FAQ’s

Who is welcomed to receive Communion at St. Michael’s Anglican Church? 

All Christians of any age who have been baptized and are seeking to follow Christ are welcomed to receive the Sacrament of Communion with us, regardless of denominational affiliation or church background. If this does not describe you, you can cross your arms over your chest and the priest will know to pray a short blessing over you. Or you can remain in your seat and reflect on the service.

My spouse is a Catholic and I am from an Evangelical background. Would we both be happy in an Anglican Church?

We certainly think so. Our beliefs are Biblical, orthodox, and reflect the theology of the Protestant Reformation; at the same time, Anglicans retain many theological convictions and helpful traditions from the early Church that Roman Catholics would find familiar. And our liturgy (style of worship) contains elements from both traditions. We believe both would feel very much at home.

What does it mean that Anglicanism is “catholic”? 

In the Creeds, believers affirm the “one holy catholic and apostolic church.” Catholic means universal and refers to the worldwide body of Christ. All those who know and love Christ are members of God's eternal family, regardless of their denomination or church background. The Anglican tradition provides the venue for one form of worship of the Lord. We love it, and value the gift and breadth of Anglican liturgy and traditions. Anglican worship is a great way to connect with Christ.

What is the Liturgical Calendar that Anglicans follow? 

The Liturgical Calendar divides the year into six major seasons: Advent and Christmas (Christ’s Coming), Epiphany (Christ for the whole world), Lent (a time for reflection, repentance and grace in preparation for Easter), Easter (Christ’s resurrection from the dead), Pentecost (the coming of the Holy Spirit and the birth of Christ’s Church on earth) followed by “ordinary time” (growing together as the Body of Christ and His witnesses in the world). Learn more about the Liturgical Calendar.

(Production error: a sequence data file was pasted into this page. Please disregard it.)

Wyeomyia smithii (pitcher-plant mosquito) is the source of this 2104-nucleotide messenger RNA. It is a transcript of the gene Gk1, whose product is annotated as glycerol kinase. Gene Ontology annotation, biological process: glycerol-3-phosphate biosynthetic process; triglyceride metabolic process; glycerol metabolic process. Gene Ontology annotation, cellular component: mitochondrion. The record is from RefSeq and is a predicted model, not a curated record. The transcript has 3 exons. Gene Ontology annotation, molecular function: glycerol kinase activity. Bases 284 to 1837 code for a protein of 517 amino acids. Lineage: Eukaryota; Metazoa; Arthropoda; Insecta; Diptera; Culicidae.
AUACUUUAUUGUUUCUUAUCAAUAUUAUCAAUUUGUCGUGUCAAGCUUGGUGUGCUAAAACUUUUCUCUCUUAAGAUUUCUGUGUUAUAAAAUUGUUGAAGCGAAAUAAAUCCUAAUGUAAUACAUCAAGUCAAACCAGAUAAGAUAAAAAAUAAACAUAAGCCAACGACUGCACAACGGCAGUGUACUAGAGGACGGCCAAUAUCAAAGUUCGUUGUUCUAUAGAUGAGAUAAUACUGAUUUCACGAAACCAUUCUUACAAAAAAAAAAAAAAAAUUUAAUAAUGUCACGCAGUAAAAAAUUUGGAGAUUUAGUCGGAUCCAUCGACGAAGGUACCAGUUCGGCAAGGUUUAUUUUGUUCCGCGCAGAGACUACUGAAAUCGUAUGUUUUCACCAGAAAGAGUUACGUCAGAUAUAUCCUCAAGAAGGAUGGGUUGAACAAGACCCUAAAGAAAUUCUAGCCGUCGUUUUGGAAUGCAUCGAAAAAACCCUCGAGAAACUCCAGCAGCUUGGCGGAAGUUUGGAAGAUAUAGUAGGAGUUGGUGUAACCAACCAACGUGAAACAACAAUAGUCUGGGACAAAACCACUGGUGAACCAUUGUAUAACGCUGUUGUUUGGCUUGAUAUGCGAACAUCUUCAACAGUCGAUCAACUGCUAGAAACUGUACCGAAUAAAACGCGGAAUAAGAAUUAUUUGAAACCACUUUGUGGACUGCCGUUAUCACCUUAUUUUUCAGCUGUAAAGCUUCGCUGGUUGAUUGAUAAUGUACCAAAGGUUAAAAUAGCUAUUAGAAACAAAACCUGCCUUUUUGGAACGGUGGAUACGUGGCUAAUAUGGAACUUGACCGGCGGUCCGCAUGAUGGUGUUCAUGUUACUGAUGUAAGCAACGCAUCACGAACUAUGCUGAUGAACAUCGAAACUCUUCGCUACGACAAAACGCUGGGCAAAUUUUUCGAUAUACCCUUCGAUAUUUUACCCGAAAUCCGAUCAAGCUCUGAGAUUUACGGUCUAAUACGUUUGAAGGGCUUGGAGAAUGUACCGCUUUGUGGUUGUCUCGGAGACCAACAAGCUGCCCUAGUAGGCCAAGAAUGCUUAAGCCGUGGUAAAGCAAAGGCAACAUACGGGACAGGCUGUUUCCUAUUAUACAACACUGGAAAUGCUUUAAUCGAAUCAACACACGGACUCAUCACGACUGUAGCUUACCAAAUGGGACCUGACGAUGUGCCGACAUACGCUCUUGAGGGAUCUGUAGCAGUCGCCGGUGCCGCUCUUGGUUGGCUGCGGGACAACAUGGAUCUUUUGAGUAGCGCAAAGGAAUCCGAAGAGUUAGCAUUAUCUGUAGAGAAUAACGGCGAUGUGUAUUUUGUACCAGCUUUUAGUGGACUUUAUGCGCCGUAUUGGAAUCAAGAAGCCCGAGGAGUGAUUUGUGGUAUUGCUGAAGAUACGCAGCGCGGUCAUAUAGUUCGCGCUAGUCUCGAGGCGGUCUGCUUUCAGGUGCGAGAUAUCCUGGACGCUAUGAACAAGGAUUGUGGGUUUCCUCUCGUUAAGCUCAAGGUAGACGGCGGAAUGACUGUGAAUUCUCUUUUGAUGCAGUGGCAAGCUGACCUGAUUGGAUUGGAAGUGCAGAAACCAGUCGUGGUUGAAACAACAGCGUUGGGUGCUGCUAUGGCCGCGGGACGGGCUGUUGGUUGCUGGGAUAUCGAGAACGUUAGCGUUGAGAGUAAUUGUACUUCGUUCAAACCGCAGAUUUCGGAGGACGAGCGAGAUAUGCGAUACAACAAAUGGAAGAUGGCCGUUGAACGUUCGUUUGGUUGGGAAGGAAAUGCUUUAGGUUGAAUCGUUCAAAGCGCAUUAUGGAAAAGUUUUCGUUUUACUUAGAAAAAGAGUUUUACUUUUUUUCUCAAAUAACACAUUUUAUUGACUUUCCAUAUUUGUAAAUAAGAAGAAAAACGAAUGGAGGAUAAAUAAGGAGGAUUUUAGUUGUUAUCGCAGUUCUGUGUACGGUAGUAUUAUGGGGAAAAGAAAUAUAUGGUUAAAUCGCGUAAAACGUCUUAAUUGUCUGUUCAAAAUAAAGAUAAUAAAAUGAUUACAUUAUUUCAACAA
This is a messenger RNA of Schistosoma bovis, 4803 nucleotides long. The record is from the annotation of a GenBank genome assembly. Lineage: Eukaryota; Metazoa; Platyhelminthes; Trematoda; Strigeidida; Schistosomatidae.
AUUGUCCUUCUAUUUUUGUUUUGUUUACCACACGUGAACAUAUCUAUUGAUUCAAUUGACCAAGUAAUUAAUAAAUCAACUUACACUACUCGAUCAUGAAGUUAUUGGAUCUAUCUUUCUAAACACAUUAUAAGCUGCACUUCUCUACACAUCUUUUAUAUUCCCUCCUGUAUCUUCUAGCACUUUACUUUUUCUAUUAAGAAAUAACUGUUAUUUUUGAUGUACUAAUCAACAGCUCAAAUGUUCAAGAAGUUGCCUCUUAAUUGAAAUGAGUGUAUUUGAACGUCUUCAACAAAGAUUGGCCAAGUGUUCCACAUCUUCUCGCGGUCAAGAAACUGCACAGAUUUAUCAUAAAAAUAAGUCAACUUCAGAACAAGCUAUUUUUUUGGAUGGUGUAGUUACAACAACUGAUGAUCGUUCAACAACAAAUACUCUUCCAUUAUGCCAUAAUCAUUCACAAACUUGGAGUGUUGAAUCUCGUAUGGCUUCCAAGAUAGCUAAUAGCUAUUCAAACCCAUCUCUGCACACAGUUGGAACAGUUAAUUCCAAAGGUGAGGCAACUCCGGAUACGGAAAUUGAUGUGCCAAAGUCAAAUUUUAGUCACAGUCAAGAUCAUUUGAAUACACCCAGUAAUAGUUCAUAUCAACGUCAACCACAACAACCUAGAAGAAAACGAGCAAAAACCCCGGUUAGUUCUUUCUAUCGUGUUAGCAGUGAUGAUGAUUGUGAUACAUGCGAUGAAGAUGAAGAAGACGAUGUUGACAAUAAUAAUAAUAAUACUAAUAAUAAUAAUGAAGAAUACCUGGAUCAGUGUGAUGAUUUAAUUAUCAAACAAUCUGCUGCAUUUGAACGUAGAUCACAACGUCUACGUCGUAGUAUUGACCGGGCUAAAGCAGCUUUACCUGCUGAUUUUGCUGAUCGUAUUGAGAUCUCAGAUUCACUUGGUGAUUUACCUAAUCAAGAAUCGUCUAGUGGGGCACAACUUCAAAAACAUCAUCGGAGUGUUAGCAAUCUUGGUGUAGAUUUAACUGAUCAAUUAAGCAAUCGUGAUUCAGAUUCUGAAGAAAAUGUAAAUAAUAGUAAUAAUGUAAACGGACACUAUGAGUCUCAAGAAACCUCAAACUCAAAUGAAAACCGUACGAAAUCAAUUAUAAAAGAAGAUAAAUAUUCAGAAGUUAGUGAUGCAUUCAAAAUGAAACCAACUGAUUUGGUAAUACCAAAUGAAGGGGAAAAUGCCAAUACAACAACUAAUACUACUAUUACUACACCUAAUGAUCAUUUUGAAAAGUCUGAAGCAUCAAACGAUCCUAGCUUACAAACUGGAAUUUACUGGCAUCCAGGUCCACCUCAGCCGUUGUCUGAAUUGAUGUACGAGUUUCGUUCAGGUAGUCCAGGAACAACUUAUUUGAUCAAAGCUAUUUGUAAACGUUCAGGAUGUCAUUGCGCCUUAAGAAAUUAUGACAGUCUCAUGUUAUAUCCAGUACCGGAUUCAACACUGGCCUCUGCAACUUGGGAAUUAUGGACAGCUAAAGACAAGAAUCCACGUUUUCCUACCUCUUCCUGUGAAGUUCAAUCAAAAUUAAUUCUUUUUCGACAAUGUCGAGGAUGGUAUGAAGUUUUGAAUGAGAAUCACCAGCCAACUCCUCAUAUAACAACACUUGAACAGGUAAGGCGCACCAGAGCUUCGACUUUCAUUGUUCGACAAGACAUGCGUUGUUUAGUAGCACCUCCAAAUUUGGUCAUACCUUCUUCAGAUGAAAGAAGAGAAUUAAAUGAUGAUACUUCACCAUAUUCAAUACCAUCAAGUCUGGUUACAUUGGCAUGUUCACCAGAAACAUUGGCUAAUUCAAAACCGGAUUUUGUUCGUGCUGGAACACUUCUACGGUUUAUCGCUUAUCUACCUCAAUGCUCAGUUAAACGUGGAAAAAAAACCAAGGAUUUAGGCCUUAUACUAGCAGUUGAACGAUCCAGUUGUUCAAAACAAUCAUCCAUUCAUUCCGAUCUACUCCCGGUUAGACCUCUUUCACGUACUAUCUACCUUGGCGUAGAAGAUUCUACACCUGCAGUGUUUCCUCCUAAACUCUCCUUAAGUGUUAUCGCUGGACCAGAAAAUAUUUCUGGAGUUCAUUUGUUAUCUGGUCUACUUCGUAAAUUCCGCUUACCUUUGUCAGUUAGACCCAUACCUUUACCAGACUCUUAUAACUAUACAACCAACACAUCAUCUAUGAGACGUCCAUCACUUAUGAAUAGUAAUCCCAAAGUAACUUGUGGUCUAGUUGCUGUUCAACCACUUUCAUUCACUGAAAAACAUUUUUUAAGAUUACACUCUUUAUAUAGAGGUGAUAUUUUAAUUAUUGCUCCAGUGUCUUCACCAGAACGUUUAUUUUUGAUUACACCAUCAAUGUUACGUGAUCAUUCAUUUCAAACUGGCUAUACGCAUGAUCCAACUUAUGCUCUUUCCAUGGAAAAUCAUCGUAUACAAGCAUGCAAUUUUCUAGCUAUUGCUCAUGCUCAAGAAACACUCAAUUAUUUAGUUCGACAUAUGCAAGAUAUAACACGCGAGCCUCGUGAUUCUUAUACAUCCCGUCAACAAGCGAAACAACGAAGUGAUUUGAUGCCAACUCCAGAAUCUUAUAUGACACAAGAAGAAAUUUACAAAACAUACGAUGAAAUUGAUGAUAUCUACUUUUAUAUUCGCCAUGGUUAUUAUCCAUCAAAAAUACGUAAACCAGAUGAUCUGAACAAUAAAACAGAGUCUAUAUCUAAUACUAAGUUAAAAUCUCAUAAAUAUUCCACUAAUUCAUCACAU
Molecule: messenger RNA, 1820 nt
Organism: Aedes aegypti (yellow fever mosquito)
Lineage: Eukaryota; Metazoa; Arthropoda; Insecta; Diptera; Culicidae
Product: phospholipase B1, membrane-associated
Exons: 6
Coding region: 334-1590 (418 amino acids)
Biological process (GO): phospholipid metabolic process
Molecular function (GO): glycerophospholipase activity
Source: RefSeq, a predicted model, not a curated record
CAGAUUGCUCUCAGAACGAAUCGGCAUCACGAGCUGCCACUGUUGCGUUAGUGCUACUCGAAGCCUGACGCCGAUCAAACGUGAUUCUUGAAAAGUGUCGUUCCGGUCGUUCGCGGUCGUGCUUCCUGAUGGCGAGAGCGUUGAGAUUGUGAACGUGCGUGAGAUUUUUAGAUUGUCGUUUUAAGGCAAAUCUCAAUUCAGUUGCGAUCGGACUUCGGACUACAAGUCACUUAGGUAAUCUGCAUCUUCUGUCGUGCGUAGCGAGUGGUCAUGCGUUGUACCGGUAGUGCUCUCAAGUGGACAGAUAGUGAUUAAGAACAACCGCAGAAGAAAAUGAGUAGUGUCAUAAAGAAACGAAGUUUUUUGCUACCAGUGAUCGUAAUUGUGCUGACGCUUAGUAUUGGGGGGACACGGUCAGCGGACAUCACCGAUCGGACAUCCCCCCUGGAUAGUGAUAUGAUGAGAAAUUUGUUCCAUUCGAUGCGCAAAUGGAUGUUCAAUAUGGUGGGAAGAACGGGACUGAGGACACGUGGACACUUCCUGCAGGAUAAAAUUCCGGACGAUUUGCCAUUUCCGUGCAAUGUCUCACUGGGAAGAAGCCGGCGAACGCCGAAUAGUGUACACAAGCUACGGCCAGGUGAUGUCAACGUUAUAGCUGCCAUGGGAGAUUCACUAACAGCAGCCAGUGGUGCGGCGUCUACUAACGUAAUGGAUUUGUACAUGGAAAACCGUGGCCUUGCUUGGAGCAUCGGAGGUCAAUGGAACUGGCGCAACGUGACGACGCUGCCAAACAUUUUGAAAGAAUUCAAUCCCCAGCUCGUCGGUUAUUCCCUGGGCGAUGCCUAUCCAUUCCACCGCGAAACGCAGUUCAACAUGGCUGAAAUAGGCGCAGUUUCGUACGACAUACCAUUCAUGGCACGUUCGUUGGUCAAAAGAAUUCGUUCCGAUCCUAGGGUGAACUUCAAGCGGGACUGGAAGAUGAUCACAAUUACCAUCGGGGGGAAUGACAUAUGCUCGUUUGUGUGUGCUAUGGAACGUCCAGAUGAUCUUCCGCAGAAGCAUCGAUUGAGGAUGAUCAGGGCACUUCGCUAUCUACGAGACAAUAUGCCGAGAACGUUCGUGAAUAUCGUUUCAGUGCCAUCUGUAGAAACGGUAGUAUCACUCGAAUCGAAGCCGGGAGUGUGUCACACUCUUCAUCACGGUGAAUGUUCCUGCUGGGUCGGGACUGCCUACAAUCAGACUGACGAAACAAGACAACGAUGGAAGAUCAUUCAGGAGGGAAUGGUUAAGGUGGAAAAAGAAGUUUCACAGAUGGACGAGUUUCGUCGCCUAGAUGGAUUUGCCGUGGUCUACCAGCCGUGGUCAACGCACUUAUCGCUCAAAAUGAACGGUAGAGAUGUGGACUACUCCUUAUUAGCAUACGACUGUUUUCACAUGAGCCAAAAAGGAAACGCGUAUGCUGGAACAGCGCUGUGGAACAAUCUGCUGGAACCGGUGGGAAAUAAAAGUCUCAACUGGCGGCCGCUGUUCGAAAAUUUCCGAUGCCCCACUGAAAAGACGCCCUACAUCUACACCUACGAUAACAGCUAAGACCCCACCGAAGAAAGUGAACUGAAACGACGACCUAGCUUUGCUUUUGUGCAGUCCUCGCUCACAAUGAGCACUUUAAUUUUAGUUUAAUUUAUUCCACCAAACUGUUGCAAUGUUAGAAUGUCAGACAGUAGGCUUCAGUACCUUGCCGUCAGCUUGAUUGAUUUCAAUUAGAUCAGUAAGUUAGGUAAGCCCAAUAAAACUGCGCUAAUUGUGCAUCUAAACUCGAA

What is Anglican worship like? 

Anglican worship is centered around the active participation of hearing and responding to God’s Word through singing, prayer, confession, and fellowship with Christ in Holy Communion. Worship at St. Michael’s is Biblically-based and shaped by the Book of Common Prayer and the Church Year. Here is a description of the meaning behind the components of our service (our liturgy).

Why do Anglicans use Liturgy in their worship?

Liturgy is the structure that any church uses to organize worship. Anglicans believe that a balance of traditional and informal liturgy can be helpful to facilitate worship for a variety of different people. When the liturgy stays the same despite our lives changing every day, it reminds us of God’s steadiness. It also connects us with millions of other Christians (from all over the world and throughout time) who have said the same theologically-grounded prayers to the same God.

At the same time we like to remember that Thomas Cranmer was the first to put a "power point projector” in a service by placing an English prayer book in everyone’s hands. This was revolutionary at the time! His principle was that the Gospel and worship needs to be accessible and culturally aesthetic. So we try to as well! That’s why we’re constantly singing new songs, and why the ACNA updated its entire liturgy in 2018.

Can’t someone "fake it" through liturgy and simply go through the motions?

Sure. Though you can pretty much "fake it" through any style of worship, whether formal or informal. We think that if you engage your mind and heart, and give this style of worship a chance (that is, stick around for a bit), you’ll begin to love it!

Is childcare available during your services?

A nursery is available for children birth to age 5 during the Sunday school hour (9:00-10:00) and the first half of the worship service. Please pick up your children after the offering so the whole family can participate in Communion together.

Children ages 6-12 gather together during the Christian Education hour (9:00-10:00) to learn about God and know Him more deeply through the Anglikids curriculum. They rejoin the rest of the family for the entire worship service.

But aren’t children disruptive to the worship experience?

As Jesus did, we welcome children of all ages as members of the body of Christ, and we love to have them worship with us. We all recognize that God put the wriggle in children, and we wouldn’t have it any other way. They are part of the family! For more information on children at St. Michael’s, visit our Children’s page.

If you have any other questions about St. Michael’s or Anglicanism, do not hesitate to contact us. We would love to talk more.